Wednesday, 30 May 2012

Good hunches

As opposed to Samuelson’s faulty predictions of the Soviet Union overcoming the US in the late 1990s, another economist with a popular introductory economics textbook provides much better and more precise predictions.

I recently read an article by Greg Mankiw from 2006, written as a prelude to Paulson replacing Snow as the US Treasury Secretary. Mankiw issues a lot of warnings on the sustainability of the US budget back then. 

He emphasizes the importance of consolidating the public finances in the long run as a key challenge for Paulson. Even in 2006, where everything was going so well, it was obvious to Mankiw (and many others) that the demographic pressure was placing a huge challenge on the Social Security, Medicare and Medicaid systems. But somehow there was no credible pledge on either sides of the political spectrum to address this concern. This is the problem with short-termist politicians: if things are going good, don’t try to implement potentially painful reforms that will endanger your chances of re-election. And this is exactly why I’m against short-term solutions like currency devaluation or large stimuli (both fiscal and monetary) that would restore growth temporarily and then allegedly make room for reforms. That’s nonsense and as I mentioned before, no such thing will happen in the foreseeable future for any nation facing fiscal problems of global proportions, since no politician will ever have the strength, power or the courage to do that. 

The article carries on to identify the main divergence between economists on which is the right way – more taxes to fund all the promises accompanied by a further expansion of entitlements, or on the other hand a reform of the entitlements system accompanied with closing of the fiscal gap with reduced spending and Pigou taxes (this is the approach Makniw strongly supports, today more than ever I think). 

In fact, he had this to say on raising taxes at the time: 
“One of Mr. Paulson's first briefings from the Treasury staff should be about what high taxes have done to the economies of Europe. According to research by Nobel laureate Edward Prescott and by economists Steven Davis and Magnus Henrekson, the high tax rates in Europe have reduced work effort and distorted the industrial mix. The Davis-Henrekson study reports that a tax increase of 12.8 percentage points (a change of one standard deviation) reduces work for an average adult by 122 hours per year. It also reduces the employment-population ratio by 4.9 percentage points and increases underground economy by 3.8% of GDP. As Mr. Paulson works to resolve the fiscal imbalance, he should keep the European experience firmly in mind.” 
I think I read that last sentence about a thousand times in the past year. Also, this is probably why the tax raising part of the austerity agenda is failing so miserably. 

And finally, how’s this for a good hunch: 
"The federal tax system now tilts the playing field toward residential capital at the expense of corporate capital, which in turn reduces productivity and real wages. Even if one believes that policy should promote homeownership over renting (a debatable claim), there is no reason to encourage people to buy ever larger homes. Let's lower the cap on subsidized mortgages well below its present $1 million level."
If only Paulson had listened.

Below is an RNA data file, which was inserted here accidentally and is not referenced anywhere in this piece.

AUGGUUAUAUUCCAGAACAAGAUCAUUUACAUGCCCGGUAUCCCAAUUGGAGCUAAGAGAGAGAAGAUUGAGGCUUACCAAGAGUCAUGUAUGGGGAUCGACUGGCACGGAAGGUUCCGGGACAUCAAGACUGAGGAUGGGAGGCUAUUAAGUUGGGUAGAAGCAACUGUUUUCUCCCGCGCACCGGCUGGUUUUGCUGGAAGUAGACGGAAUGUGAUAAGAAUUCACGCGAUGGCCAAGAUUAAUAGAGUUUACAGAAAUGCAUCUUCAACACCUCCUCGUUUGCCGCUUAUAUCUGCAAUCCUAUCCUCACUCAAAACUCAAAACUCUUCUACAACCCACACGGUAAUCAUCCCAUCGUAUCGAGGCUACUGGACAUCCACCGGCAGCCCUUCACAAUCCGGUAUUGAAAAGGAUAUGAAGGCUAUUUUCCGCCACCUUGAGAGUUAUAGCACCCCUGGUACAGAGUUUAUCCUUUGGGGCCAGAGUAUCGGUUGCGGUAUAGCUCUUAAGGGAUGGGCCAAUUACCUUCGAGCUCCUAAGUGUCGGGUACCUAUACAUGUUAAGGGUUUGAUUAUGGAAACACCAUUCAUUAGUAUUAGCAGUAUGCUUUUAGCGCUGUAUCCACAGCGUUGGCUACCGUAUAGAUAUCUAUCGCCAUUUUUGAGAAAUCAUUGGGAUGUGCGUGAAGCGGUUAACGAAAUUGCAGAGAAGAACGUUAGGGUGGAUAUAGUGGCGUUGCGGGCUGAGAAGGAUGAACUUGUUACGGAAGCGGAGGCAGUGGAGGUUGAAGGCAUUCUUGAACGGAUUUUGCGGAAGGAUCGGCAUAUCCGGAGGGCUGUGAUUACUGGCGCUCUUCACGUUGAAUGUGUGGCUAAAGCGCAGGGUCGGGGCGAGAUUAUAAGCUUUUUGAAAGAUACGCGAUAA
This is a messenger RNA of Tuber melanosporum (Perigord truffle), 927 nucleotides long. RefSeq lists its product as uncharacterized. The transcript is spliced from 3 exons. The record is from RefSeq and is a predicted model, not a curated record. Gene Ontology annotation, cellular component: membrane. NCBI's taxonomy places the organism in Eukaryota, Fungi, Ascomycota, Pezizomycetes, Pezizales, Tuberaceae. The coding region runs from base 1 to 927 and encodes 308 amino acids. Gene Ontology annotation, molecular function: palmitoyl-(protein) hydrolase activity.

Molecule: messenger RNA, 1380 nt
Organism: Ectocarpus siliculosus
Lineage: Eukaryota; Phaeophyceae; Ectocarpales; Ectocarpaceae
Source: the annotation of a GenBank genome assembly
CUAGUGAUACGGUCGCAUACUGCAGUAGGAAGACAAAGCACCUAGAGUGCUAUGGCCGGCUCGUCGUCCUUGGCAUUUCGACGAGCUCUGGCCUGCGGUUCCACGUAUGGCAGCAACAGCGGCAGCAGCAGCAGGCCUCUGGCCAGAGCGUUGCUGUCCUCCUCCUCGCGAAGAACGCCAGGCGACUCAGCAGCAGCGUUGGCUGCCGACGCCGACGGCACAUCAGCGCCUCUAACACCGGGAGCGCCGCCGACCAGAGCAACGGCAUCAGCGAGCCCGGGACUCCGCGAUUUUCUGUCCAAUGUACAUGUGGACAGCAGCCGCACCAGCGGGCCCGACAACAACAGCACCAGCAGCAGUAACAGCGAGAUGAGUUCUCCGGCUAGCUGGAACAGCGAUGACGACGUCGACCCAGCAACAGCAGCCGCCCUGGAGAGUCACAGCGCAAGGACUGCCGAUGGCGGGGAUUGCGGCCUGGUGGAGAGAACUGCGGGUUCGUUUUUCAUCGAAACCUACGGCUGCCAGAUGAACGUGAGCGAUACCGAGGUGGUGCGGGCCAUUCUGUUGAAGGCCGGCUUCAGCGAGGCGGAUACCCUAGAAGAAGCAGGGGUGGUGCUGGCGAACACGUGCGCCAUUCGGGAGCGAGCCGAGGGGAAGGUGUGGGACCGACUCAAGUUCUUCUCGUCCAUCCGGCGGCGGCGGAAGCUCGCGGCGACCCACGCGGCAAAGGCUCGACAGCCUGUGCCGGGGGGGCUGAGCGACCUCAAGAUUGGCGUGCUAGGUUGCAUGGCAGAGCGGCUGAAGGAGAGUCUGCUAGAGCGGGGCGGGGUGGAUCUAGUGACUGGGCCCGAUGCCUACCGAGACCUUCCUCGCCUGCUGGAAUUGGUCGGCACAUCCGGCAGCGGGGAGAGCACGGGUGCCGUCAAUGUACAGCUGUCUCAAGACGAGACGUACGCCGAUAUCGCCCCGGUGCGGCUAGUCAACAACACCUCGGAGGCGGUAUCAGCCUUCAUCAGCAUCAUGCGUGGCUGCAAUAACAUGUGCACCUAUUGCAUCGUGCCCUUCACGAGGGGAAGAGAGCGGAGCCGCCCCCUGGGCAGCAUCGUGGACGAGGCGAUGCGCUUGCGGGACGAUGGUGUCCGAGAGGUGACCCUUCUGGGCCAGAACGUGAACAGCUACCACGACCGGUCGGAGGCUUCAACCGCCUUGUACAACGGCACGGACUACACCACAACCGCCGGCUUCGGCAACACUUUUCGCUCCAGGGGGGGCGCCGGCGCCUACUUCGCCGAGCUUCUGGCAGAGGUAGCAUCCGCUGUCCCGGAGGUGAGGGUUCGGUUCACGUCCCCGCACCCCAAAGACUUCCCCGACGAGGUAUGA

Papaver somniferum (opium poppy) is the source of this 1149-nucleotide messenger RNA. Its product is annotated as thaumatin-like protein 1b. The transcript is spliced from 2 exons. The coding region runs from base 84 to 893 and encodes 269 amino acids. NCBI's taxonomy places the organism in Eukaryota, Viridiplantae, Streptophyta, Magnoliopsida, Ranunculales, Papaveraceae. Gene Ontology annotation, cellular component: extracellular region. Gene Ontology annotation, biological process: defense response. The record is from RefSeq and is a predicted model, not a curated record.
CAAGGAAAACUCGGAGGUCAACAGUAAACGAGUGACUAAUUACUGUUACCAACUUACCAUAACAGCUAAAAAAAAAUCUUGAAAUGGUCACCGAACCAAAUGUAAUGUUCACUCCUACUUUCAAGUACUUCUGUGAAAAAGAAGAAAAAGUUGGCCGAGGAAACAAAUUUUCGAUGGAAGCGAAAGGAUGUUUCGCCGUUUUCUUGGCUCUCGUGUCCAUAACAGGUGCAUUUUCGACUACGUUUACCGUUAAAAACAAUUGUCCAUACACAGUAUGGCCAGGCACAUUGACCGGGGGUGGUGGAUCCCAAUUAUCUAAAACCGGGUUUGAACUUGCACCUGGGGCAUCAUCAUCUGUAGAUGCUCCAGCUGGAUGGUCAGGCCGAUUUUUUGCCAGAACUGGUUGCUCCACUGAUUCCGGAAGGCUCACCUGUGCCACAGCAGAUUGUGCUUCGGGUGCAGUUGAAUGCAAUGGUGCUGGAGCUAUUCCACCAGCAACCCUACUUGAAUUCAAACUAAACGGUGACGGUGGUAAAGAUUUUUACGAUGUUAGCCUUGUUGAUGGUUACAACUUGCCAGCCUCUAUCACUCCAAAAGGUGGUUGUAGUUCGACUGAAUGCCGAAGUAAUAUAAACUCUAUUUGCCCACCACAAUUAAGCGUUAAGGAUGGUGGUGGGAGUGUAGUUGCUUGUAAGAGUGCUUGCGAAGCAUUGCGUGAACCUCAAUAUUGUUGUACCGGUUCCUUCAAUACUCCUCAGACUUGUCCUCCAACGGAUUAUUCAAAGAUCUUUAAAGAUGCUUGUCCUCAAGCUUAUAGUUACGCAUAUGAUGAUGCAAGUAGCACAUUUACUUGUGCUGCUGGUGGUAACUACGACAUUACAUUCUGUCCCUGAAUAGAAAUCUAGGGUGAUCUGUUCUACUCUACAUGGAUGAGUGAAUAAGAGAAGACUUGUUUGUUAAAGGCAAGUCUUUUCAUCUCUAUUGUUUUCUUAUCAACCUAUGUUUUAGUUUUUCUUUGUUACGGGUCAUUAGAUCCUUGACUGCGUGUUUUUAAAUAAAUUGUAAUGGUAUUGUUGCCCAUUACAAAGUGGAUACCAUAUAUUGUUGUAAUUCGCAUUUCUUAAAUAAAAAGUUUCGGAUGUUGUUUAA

1. In regards to Pigovian taxes on fossil fuels. I would not be opposed to them IF, and only IF, they were used to reduce and REPLACE, both regressive taxes like the FICA, and idiotic environmental fiats such as CAFE standards.

    In regards to lowering the mortgage tax preference. It would have to be done very carefully as not to further destroy the already ailing housing market. While I agree that it is a market distortion, it is also something which has become an important crutch in the domestic economy.

    1. The Pigouvian taxes can be debatable, although they do offer some interesting advantages.

      As for the final quote on the housing market, this is the qoute from the same text from 2006, so it was a solution offered back then, not now.

  2. Even though now these look as bold predictions, I'm sure that any well trained economist back then (particularly if they were the chief economic advisor to the President as Mankiw was from 2003 to 2005), could have foreseen that the US social security system was unsustainable and needed drastic reform. It was nice of Mankiw to point that out back then, but too bad that no one listened. Perhaps you're right, short-term oriented politicians don't bother with reforms if everything is going well, and particularly if they are running wars (hint: Bush).

    1. oh, btw, regarding Mankiw's 'predictive power', he wasn't always spot on. I recall this paper he and David Weil wrote in 1990 on the US housing market and the baby boom vs baby bust generation. They predicted that "real housing prices would fall substantially in the next two decades."

    2. I know of that paper, however in the abstract they do say that "if the historical relationship between housing demand and housing prices continue", then they predict that the prices would fall. So basically, if all else stays equal, the lesser demand for housing would decrease the prices. But, all things didn't stay equal.

      At the time they couldn't take into account any of the low interest rate policies, the community reinvestment act, the effects of Fanny and Freddie following HUD's housing goals or the effect of the recourse rule on the financial market leading to an increased demand for mortgages. I covered these in my paper on the crisis; summary available on the blog.